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How to do Indirect Conditions

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How to do Indirect Conditions

Postby ioel » Thu Jun 23, 2011 5:14 pm

For example, consider the following conditions (from Wheelocks):

1) Si id facit, prudens est.
"If he is doing this, he is wise." (present simple fact)

2) Si id faceret, prudens esset.
"If he were doing this [but is not], he would be wise." (present contrary to fact)

How would you put these into indirect statements, e.g., "They thought that..."

I assume you leave the protasis (the "if" clause) alone and put the adoposis (result) in the accusative-infinitive form? But how do you distinguish between indicative and subjunctive if you must use the infinitive?

I assume the first would be:
Putabant si id facit, eum prudens esse.
"They thought that if he is doing this, he is wise."

Then should the second be:
Putabant si id faceret, eum prudens esse.

Both "esse"? Even though one is fact and the other contrary to fact? Is the difference assumed from the protasis?

What about sequence of tenses?
Is the time of both the protasis and adoposis relative to that of the main clause?
Or is the time of one of the clauses relative to the time of the other?

In the above example:
Putabant si id facit, eum prudens esse.
"They thought that if he is doing this, he is wise."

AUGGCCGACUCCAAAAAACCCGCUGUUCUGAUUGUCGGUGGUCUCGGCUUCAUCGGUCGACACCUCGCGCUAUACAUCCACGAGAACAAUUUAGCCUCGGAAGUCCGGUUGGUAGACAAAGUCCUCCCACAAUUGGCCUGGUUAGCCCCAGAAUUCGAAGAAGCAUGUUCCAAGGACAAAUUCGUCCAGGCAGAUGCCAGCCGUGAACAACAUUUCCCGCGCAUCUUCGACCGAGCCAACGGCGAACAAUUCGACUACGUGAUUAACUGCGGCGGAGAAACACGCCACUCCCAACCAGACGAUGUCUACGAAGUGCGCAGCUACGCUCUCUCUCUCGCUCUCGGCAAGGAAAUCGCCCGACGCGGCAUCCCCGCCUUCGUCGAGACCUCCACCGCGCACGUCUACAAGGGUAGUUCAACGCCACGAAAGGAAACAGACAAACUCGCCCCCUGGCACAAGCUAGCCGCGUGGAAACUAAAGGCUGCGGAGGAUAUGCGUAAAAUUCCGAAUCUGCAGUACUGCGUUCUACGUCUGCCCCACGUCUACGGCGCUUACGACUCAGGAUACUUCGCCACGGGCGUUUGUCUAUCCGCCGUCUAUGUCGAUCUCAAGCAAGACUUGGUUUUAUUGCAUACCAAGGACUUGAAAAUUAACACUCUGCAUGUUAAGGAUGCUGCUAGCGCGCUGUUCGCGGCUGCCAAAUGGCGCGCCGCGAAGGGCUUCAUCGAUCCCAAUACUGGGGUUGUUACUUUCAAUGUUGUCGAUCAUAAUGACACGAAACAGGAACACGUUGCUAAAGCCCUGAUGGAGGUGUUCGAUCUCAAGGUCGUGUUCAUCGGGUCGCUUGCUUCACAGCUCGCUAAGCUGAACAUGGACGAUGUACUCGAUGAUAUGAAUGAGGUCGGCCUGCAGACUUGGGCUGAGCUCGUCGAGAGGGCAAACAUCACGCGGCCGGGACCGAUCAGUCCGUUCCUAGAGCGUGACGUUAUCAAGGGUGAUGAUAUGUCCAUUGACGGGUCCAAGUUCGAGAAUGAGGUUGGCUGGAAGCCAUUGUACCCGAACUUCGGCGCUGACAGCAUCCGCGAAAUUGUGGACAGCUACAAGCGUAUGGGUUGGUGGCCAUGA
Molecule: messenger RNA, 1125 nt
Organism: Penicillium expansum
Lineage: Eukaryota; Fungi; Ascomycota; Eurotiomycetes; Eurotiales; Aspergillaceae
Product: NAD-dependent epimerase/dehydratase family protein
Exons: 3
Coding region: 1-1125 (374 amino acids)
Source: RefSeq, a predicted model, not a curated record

Are both clauses (present) taking place at the time they were thinking?

Or in
Putabant si id fecit, eum prudens futurus esse.
Is "fecit" before or at the same time as putabant (or would you need to use fecerat?) and
"futurus esse" in the future of putabant?
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Re: How to do Indirect Conditions

Postby lauragibbs » Thu Jun 23, 2011 6:23 pm

For this kind of thing Woodcock's A New Latin Syntax is the best option. I've scanned his chart of conditionals in indirect discourse (oratio obliqua) - I don't know how to include an image here in a Textkit post, but you can see the scanned chart here:
http://media.bestmoodle.net/Woodcock1.jpg

There are two more examples on the page following which I will just type here:
8. Future Logical
Si hoc dicet, errabit = No different from no. 7 in the chart.
Si hoc fecerit (fut pf.), poenas dabit.
Censeo, si hoc fecerit (pf. subj.), eum poenas daturum.
Censebam, si hoc fecisset, eum poenas daturum.

If you are interested in this advanced type of Latin syntax, Woodcock is definitely worth the price (about $25 at Amazon - http://tinyurl.com/6g4z5rl) - it is incredibly well-organized, thorough and very clear.
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